Building Trust

A marriage stands or falls on the quality of its foundation

Audio Version: Building Trust – A marriage stands or falls on the quality of its foundation.

by John Townsend

Trust is the foundation of every successful marriage, but it isn’t given unconditionally. It requires commitment, faithfulness, and love from both parties in a marriage for trust to develop and grow. In this month’s contribution from Focus on the Family Malaysia, John Townsend shares on what it takes to build trust, and how to handle a situation where it has been breached.

Annie (names have been changed) sat at the kitchen table, stunned, and hurt. Her four-year-old marriage to Alex, on which she had pinned so many hopes and dreams, seemed false. She had just heard from a friend that Alex had been seen lunching with an old girlfriend.

When Annie asked why he hadn’t mentioned it to her, his reply was defensive: “I knew you would freak out, like you’re doing now.” Alex could not see how that omission had undermined Annie’s trust in him, his character, and their relationship.

Annie and Alex are typical of many couples who, for a variety of reasons, are facing a crisis of trust—and it’s a crisis that could destroy their marriages.

One of the most wonderful gifts of a loving marriage is the ability to trust your spouse —trust that he will be true to you emotionally; trust that she does what she says she will do; trust that he is the same person on the inside that he presents on the outside; trust that she has your best interest in mind. This creates safety, security, and a deeper capacity to love. Successful marriages are built on trust. So how do spouses develop and maintain this virtue in their relationship?

Understand the Nature of Trust

Think about it: When you trust your spouse, you feel so safe that you are careless—or free of concern—with him or her. You don’t have to hide who you are or be self-protective.

Talk about this definition with your spouse. Ask yourselves, “Are we careless with each other? Or are we guarded in some ways?” It’s sometimes difficult to be vulnerable with your spouse but doing so gives your spouse a chance to love and understand you.

Be Trustworthy

Trust isn’t given unconditionally. You have to be trustworthy to receive trust.

What does that mean for you as a couple? It means checking with your spouse on how you affect him or her. Ask your spouse, “In what ways have I not been trustworthy?” For example, perhaps you have been critical or harsh when your spouse admits a fault or weakness. This erodes trust and shows you can’t be trusted with more vulnerable parts of the heart. Or maybe you have not delivered on your promises. Asking your spouse for honest input will reveal areas that you may need to work on to build trust in your marriage.

Put an End to Deception

Trust and truth go hand in hand. That is why deception of any sort is the biggest trust killer.

There is no such thing as a white lie. Being honest with your spouse includes telling the truth about where you were, whom you talked to, what you said, and where you spent money. Many marriages have been saved because both spouses committed to being honest, even if it involved painful truths.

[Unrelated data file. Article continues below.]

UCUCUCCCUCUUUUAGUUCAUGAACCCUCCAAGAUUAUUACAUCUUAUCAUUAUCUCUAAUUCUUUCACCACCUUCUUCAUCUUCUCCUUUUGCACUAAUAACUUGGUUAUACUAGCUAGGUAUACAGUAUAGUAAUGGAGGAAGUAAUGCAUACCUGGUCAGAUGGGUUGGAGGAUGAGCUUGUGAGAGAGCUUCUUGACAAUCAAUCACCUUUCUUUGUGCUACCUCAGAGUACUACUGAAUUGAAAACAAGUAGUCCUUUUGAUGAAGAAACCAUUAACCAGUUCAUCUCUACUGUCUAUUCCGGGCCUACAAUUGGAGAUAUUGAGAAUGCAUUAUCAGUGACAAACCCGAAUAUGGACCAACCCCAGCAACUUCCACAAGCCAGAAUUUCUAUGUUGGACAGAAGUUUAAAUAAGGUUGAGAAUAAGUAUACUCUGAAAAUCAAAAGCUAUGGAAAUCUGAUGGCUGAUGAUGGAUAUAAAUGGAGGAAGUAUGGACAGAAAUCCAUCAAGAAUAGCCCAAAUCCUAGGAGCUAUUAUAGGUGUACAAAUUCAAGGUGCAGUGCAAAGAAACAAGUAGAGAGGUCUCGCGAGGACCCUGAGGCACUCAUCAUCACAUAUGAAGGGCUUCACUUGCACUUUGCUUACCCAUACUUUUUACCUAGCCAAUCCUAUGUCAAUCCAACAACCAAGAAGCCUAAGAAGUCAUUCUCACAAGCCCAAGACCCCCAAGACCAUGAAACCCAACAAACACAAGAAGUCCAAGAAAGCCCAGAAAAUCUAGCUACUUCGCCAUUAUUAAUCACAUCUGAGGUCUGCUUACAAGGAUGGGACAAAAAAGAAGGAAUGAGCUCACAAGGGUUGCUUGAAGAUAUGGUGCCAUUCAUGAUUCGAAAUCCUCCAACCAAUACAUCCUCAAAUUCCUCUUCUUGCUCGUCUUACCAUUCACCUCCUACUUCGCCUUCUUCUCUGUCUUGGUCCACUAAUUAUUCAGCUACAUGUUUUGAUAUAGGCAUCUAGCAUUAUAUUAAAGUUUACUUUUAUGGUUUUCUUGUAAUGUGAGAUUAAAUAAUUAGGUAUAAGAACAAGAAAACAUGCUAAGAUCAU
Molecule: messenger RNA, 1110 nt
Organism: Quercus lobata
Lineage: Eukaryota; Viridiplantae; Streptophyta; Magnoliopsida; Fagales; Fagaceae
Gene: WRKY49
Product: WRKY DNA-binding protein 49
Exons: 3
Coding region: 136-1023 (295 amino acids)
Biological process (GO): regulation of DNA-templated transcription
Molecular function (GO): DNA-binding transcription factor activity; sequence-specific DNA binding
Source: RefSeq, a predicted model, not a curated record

Give Change a Chance

Let’s suppose your marriage has experienced a breach of trust already. The hurt from that experience can cause you to withdraw your heart and decide never to trust again. But don’t give up on your spouse. Give him or her a chance to earn your trust so that your marriage can be restored.

But remember: There must be more than apologies. To earn your trust, your spouse needs to make some real changes. Maybe the offending spouse needs to join a support group or talk to a mentor. Maybe he or she needs to be more accountable to you and even accept consequences for bad behaviour in the future.

One couple I counselled experienced a crisis of trust that could have torn their marriage apart. The husband flirts with other women: waitresses, co-workers, even their mutual friends. He thought it was harmless until his wife told him how alone and scared it made her feel. He saw how it was affecting her, and he was a changed man.

He told her, “If you see me being inappropriate with a woman again, tell me right there and I will stop.” He became more accountable, and she was finally able to trust her husband.

Trust can be built and rebuilt, and couples can enjoy the intimacy that comes from being secure in each other’s love.

Dr. John Townsend is a clinical psychologist, a marriage and family therapist, a popular public speaker and the co-founder of Cloud-Townsend Resources. He is also the author or co-author of numerous books including God Will Make a WayHow People Grow and Who’s Pushing Your Buttons? 

This article was published with permission from Focus on the Family Malaysia.

If you liked this article and would like to go deeper, we have some helpful resources at

About Focus on the Family Malaysia

Focus on the Family Malaysia (FOFM) is a not-for-profit organisation established in 1997 and dedicated to helping families thrive. With the vision of enriched families and communities nationwide, FoFM are committed to nurturing, supporting, and protecting time-honoured values and the institution of the family. For more information about the organisation and the work that they do, please visit 

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